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WinZip and EasyZIP get high ranking

technofile  by al fasoldt

Columns and commentaries in a life-long dance with technology
 

Simple gray rule


WinZip and EasyZIP get high ranking
 

By Al Fasoldt

Copyright © 1996, The Syracuse Newspapers

Except for texts, most of the files you download from an Internet site are compressed into archives. Nearly all of them are ZIP files—even when they're hiding as something else.

ZIPs are files that hold other files. They are containers, in other words. The files inside a ZIP are squeezed to about half their normal size during compression and returned to normal in expansion. Paul Katz invented the ZIP method back in the heydays of DOS, and his DOS twins, PKZIP and PKUNZIP, continue as the most popular ZIP-file handlers today.

But the times are a-changing. PKZIP and PKUNZIP are horribly difficult for newcomers to use. PKWare, Katz's company, has a Windows version of PKZIP, but I find it poorly designed. Luckily, there are many alternatives. I like three of them.

The champ in many ways is WinZip from Nico Mak Computing. It is superbly engineered and a snap to use—if you're fairly experienced at file handling. One big plus for WinZip: Even under the creaky old version of Windows, you can run two or three WinZips at once, and under Windows 95 you can load up and do your compression or decompression with a half-dozen WinZip windows open.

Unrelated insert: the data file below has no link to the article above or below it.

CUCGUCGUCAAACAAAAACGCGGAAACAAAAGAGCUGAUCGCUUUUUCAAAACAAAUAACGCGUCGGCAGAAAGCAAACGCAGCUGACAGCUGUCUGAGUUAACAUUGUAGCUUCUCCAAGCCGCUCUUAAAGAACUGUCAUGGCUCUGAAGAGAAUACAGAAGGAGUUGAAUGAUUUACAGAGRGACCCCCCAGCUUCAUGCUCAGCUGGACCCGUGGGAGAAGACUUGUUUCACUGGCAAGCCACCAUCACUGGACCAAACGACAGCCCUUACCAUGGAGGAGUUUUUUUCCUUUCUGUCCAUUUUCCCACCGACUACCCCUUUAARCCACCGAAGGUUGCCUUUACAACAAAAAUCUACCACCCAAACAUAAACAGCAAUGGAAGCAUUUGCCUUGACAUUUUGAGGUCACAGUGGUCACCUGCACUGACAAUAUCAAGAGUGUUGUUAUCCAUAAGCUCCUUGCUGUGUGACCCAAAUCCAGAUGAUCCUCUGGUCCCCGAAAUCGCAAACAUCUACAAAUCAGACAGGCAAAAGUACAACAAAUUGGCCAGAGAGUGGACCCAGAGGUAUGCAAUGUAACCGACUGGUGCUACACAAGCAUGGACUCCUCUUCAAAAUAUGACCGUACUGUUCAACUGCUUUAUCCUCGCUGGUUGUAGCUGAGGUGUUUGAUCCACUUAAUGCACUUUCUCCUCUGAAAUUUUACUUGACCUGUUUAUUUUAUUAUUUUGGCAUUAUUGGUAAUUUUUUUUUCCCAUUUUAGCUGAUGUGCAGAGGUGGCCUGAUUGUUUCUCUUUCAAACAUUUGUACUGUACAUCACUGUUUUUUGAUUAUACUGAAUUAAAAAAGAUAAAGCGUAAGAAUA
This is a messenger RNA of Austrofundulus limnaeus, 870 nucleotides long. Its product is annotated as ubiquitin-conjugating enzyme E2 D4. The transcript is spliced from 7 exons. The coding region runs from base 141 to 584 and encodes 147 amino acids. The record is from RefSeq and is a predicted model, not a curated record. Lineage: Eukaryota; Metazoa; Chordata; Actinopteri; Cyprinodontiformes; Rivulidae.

There are separate Windows 3.x and Windows 95 versions of WinZip. You can find links to it at practically any good Windows software site, or you can go right to http:\\www.winzip.com. WinZip is non-crippled shareware

Next up the ladder in an easier-to-use ZIP handler is EasyZIP from Symantec, maker of the famous Norton software. It doesn't have the flexibility of WinZip, but it's much easier to use. It's for Windows 95 (and, probably, Windows NT 4.0), not for the older version of Windows. If you've wondered why you haven't seen downloads of EasyZIP, it's because Symantec supplies EasyZip in a group of utilities called Internet FastFind.

FastFind is a powerful set of programs—I've mentioned them before—that search for Web pages and files on servers worldwide. It includes Easy FTP, a wonderfully simple ftp program, and an excellent program-update checker that looks at the programs you use and checks to see if there are newer versions available on the Web.

But the sleeper in FastFind is clearly EasyZIP. If you know how to use Explorer, the Windows 95 and Windows NT 4.0 shell, you'll know how to use EasyZIP. To find out how to get Internet FastFind, go to http://www.symantec.com/iff/, where you can download a 30-day trial version that has all functions activated. You can also pay $50 for the regular version online.

Did I leave the best for last? Maybe. It's called ZipFolders, from Mijenix. It's so unusual that we'll have to devote an entire column to it next week. Stay tuned

Oh, what the heck. Get a sneak view of ZipFolders while you're waiting. Go to Mijenix and follow the instructions.


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